Bicyclist Negligence: Traffic Law and Bike Regulation Violations

The Bicycle Accident Attorneys of Zneimer & Zneimer P.C. comment on an important inquiry often presented by bike crash victims: ‘Can violating a traffic law or bicycle regulation impact my personal injury claim?’ Generally speaking this question can be answered with a ‘YES,’ however, the better response is really ‘DEPENDS.’ While part of safe and responsible bicycling requires adherence to both state and local law, not every unlawful action will play a role in the outcome of a personal injury claim.

In some cases, the law expressly exempts a particular violation from being presented as evidence in civil claims extending from an accident or injury. For example, many Chicagoland communities that require minors to wear helmets have set forth an evidentiary exclusion for child helmet-use law violations. Pursuant to town/village code for Barrington, Cicero, Inverness, and Oak Park, violation of a child helmet law:

‘shall not constitute negligence, contributory negligence, assumption of risk, be considered in mitigation of damages of whatever nature, be admissible in evidence, or be the subject of comment by counsel in any action for the recovery of damages arising out of the operation of any bicycle, nor shall anything in this section change any existing law, rule, or procedure pertaining to any civil action.’

In other cases, the law provides no exemption for presenting evidence of a specific violation, however the violation has little or no bearing on a case, or is altogether irrelevant to an issue in dispute, and therefore inadmissible.In other words, an opposing party would generally be unsuccessful in defending a claim based solely on the fact that a bicyclist has committed a violation, without some logical connection between the wrongful act and the accident or injury.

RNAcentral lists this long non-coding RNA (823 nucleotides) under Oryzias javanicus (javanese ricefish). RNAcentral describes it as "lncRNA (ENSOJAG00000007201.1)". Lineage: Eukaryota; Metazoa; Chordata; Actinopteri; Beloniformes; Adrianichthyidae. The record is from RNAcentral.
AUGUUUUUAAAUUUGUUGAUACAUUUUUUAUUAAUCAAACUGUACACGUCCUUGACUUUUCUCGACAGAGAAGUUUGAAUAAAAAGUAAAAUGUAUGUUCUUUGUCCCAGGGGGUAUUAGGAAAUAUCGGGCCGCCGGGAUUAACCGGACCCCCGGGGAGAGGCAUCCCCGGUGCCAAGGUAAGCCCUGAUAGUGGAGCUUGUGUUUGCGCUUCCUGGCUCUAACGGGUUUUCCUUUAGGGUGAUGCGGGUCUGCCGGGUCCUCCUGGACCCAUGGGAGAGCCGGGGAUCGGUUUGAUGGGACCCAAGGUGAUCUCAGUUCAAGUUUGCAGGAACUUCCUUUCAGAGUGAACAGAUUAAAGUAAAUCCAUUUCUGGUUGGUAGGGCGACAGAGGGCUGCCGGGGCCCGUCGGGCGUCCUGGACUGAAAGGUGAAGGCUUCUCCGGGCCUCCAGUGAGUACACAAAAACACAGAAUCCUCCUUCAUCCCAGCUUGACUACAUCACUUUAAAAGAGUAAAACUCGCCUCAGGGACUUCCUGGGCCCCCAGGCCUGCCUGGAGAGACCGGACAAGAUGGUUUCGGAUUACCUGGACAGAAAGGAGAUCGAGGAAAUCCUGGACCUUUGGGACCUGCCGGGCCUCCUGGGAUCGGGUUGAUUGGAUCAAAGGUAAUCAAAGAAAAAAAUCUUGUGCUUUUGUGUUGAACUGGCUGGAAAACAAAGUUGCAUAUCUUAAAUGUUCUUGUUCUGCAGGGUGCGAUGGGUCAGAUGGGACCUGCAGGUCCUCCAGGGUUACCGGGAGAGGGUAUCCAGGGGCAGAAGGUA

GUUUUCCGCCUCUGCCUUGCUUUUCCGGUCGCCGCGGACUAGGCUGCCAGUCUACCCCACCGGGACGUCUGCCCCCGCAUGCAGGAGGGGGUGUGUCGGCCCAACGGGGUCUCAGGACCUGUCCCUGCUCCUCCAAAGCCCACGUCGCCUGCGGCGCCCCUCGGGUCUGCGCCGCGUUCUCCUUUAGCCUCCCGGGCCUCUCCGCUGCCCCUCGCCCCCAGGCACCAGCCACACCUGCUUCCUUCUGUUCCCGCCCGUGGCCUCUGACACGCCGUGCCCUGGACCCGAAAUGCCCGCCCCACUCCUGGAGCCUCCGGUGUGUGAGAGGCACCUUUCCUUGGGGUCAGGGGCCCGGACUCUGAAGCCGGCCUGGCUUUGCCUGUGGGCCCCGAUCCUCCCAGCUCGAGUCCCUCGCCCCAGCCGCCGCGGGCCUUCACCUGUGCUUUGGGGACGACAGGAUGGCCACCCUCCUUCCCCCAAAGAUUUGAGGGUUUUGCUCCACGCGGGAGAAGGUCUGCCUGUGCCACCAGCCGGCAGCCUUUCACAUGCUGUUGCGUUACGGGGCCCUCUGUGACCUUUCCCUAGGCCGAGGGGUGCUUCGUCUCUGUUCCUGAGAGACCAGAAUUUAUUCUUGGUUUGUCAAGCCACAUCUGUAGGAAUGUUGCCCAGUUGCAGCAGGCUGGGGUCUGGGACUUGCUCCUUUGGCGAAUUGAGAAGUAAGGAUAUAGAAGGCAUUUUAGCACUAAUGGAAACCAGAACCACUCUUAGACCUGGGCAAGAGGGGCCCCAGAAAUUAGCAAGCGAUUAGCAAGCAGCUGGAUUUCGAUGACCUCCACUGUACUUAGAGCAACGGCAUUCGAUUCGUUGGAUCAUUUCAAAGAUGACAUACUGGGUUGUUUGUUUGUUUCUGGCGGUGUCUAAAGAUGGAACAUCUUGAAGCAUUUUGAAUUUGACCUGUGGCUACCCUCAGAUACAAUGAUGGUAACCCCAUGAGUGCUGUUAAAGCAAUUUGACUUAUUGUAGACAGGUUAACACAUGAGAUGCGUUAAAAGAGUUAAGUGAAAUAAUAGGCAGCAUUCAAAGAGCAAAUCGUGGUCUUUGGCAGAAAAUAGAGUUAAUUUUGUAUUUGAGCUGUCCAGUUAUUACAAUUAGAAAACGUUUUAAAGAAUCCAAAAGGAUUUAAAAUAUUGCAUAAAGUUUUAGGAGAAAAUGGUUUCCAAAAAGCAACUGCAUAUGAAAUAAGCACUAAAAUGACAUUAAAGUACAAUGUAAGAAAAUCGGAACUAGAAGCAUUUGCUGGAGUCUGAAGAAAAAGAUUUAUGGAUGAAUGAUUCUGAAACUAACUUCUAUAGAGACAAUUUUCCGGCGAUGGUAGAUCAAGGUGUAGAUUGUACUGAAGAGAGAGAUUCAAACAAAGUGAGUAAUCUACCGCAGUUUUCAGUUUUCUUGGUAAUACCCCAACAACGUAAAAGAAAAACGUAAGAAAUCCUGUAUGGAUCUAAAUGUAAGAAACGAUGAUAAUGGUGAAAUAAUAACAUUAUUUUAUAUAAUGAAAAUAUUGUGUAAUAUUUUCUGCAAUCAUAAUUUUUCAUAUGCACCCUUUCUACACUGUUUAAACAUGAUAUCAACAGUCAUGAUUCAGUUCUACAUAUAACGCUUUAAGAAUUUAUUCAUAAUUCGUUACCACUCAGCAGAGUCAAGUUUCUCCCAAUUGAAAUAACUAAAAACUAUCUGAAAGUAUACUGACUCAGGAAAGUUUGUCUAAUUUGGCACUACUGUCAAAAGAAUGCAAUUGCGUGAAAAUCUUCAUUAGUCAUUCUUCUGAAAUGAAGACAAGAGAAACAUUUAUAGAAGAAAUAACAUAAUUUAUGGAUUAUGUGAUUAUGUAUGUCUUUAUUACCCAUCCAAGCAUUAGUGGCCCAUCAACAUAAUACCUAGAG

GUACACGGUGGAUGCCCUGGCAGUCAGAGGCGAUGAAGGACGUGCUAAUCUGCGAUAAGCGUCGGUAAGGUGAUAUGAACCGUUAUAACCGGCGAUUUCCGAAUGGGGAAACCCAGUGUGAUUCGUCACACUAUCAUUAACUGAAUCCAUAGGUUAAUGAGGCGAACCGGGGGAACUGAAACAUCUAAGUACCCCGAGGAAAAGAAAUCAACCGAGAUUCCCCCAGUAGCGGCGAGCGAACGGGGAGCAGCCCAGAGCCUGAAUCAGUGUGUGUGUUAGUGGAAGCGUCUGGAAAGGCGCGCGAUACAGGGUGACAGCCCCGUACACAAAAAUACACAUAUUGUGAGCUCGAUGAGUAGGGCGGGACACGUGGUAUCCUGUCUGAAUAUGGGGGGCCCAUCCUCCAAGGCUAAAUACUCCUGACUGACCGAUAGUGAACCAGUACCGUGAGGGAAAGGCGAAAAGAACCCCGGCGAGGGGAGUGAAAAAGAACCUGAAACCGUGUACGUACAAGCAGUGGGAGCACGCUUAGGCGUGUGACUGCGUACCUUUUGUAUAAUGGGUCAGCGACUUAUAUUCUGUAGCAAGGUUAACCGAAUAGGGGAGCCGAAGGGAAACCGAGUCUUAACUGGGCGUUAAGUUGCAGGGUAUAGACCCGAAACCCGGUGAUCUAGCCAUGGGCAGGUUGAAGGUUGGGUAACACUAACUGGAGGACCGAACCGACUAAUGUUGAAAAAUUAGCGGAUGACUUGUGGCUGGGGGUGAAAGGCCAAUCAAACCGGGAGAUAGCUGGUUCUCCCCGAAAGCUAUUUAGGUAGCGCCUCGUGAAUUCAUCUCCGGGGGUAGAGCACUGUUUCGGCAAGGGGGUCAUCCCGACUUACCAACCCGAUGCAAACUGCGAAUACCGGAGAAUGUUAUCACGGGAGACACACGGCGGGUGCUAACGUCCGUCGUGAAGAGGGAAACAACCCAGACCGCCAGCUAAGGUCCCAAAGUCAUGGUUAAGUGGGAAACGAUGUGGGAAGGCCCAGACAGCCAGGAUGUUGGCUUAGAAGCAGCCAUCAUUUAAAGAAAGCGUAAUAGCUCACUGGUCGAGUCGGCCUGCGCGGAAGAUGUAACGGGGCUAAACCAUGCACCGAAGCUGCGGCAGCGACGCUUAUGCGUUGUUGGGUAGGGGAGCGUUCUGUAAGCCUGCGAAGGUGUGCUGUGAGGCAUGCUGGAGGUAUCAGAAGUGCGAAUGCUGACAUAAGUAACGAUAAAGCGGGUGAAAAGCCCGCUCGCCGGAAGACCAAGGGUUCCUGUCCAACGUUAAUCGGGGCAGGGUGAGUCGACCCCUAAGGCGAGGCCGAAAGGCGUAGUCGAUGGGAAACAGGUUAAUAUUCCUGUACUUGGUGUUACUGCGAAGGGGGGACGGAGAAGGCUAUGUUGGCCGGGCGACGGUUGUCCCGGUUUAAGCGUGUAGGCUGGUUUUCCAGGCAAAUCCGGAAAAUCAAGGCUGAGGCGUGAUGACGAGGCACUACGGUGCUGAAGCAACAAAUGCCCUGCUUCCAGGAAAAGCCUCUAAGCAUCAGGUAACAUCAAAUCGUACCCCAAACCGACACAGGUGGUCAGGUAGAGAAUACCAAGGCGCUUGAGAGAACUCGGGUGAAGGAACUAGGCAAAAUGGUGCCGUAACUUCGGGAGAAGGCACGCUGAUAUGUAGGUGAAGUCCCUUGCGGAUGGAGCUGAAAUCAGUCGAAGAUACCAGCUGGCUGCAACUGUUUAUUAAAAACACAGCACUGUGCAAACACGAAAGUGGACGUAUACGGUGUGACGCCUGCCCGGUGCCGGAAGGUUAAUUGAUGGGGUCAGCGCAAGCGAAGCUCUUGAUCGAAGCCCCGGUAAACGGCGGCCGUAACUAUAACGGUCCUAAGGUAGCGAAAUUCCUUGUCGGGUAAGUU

For example, if an accident occurred, and it is later discovered that the bicyclist has violated a local law by failing to register their bicycle with local authorities, it cannot be said that this type of violation, in and of itself, either caused or contributed to the accident. However, if the bicyclist was a bike messenger, who at the time of the accident, was operating a messenger service in the central business district of Chicago without a license, insurance, and/or helmet, the impact of such violation(s) would be altogether different.

Depending on the factual circumstances involved, and the law applicable to the area that an accident occurred, some bicycling-related violations are almost certain to come into play in personal injury claims. Consider the following unlawful bicyclist actions:

• Biking on a street (or sidewalk) where bicycles are prohibited • Using the roadway when law requires use of (designated) bike lane • Carrying objects that prevent cyclist from keeping both hands on handlebars • Failing to yield the right-of-way
• Clinging to a vehicle • Traveling at an unreasonable or reckless rate of speed • Performing stunts while riding • Operating a bicycle with (known) mechanical deficiencies
• Talking on a cell phone without a hands-free device • Texting while biking

It is important to remember that neither the presence nor absence of a specific violation should be considered as determinative in the outcome of a case. The better approach is to leave the legal analysis to a licensed professional that has prior experience in personal injury cases involving bicycle accidents. The Chicago Attorneys of Zneimer & Zneimer P.C. will assess your matter during a FREE consultation, and explain the potential impact of a violation, as well as your rights and options to obtaining financial compensation. Contact us online, or by calling 773-516-4100.